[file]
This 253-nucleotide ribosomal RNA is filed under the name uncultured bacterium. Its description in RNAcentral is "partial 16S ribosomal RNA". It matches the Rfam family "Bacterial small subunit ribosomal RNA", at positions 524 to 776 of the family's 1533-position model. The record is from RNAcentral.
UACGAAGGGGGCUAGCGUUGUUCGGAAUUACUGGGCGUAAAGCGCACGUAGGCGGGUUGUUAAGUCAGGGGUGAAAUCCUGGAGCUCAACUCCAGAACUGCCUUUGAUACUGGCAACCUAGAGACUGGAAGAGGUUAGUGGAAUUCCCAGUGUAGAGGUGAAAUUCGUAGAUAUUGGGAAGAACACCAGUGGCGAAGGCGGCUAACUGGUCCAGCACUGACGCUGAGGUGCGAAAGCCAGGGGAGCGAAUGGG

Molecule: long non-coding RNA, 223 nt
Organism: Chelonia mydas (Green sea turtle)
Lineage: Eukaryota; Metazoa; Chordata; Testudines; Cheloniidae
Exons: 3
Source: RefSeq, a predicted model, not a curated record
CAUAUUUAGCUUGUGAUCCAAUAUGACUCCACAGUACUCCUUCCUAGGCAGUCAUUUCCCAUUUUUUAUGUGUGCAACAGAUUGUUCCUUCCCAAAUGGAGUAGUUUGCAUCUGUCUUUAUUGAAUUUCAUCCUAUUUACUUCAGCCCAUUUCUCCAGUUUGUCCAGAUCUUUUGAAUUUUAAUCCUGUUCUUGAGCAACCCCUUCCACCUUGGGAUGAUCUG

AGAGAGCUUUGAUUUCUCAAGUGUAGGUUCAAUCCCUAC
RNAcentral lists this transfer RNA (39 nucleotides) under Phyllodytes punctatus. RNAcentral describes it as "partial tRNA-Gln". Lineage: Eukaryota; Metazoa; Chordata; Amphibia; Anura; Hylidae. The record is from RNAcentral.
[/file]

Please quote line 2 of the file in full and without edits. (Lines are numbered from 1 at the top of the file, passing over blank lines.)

UACGAAGGGGGCUAGCGUUGUUCGGAAUUACUGGGCGUAAAGCGCACGUAGGCGGGUUGUUAAGUCAGGGGUGAAAUCCUGGAGCUCAACUCCAGAACUGCCUUUGAUACUGGCAACCUAGAGACUGGAAGAGGUUAGUGGAAUUCCCAGUGUAGAGGUGAAAUUCGUAGAUAUUGGGAAGAACACCAGUGGCGAAGGCGGCUAACUGGUCCAGCACUGACGCUGAGGUGCGAAAGCCAGGGGAGCGAAUGGG